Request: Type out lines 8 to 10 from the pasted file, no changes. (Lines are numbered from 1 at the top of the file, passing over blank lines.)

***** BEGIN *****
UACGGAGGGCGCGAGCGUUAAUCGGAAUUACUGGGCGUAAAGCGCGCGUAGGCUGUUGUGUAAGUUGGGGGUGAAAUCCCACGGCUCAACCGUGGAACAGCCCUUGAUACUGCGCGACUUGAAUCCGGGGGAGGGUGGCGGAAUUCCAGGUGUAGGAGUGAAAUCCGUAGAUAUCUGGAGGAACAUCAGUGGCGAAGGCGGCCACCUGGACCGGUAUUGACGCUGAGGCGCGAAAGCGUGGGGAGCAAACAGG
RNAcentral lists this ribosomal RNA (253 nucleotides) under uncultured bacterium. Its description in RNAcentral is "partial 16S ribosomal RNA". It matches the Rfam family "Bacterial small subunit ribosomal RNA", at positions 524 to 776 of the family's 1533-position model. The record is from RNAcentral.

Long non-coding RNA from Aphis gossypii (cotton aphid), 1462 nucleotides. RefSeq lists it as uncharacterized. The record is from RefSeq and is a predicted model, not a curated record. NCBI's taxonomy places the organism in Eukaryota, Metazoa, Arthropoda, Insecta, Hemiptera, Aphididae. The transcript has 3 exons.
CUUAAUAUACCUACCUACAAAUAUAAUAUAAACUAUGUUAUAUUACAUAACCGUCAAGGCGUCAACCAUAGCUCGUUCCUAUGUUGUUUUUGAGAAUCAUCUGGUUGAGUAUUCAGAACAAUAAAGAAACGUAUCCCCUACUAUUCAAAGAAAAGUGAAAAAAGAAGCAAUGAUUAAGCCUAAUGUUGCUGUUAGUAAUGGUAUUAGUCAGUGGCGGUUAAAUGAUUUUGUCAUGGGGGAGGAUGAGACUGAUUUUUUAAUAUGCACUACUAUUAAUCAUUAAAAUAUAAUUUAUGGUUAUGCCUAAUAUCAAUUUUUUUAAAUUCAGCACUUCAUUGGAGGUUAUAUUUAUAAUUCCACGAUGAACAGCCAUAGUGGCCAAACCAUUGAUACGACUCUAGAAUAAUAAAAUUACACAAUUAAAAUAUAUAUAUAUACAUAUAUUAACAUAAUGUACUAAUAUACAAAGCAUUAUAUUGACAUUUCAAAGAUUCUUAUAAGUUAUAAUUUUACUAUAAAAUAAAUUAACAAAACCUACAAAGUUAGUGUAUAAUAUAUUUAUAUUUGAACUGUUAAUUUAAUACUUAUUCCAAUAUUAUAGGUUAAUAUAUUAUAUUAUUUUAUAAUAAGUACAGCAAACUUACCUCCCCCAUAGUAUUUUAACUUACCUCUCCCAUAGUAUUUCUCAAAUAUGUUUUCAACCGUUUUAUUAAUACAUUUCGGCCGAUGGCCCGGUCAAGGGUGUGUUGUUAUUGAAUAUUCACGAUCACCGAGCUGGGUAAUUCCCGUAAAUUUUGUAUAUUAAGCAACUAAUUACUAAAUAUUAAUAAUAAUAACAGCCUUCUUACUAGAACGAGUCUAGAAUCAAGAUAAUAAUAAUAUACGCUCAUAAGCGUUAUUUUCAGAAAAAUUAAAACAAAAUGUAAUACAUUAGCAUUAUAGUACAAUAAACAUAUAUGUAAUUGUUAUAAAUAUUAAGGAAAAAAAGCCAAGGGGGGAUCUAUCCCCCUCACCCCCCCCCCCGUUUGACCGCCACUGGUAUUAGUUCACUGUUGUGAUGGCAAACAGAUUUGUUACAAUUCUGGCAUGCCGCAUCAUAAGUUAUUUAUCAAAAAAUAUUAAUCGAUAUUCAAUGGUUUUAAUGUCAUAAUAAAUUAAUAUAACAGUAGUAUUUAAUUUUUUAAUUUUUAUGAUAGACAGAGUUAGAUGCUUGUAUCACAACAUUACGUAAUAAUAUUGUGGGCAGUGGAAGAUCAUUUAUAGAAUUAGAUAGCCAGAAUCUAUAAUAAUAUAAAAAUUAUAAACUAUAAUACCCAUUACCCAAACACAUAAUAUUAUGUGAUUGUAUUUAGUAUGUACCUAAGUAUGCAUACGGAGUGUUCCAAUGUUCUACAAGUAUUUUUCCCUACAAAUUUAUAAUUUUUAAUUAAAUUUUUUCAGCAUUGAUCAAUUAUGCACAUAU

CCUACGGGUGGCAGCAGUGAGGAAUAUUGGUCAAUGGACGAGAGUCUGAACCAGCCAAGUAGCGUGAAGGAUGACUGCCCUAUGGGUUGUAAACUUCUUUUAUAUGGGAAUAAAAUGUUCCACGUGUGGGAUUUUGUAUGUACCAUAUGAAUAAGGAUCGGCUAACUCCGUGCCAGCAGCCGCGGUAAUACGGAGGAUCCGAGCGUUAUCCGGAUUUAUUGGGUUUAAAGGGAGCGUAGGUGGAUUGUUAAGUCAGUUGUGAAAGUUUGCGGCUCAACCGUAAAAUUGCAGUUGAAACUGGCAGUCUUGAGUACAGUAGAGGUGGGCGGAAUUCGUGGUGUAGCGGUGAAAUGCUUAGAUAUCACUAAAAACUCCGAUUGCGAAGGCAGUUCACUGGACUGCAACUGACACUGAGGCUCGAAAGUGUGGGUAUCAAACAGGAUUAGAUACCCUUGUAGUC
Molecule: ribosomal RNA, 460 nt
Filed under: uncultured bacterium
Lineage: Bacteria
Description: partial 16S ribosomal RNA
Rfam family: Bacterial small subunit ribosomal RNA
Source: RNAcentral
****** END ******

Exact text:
Lineage: Bacteria
Description: partial 16S ribosomal RNA
Rfam family: Bacterial small subunit ribosomal RNA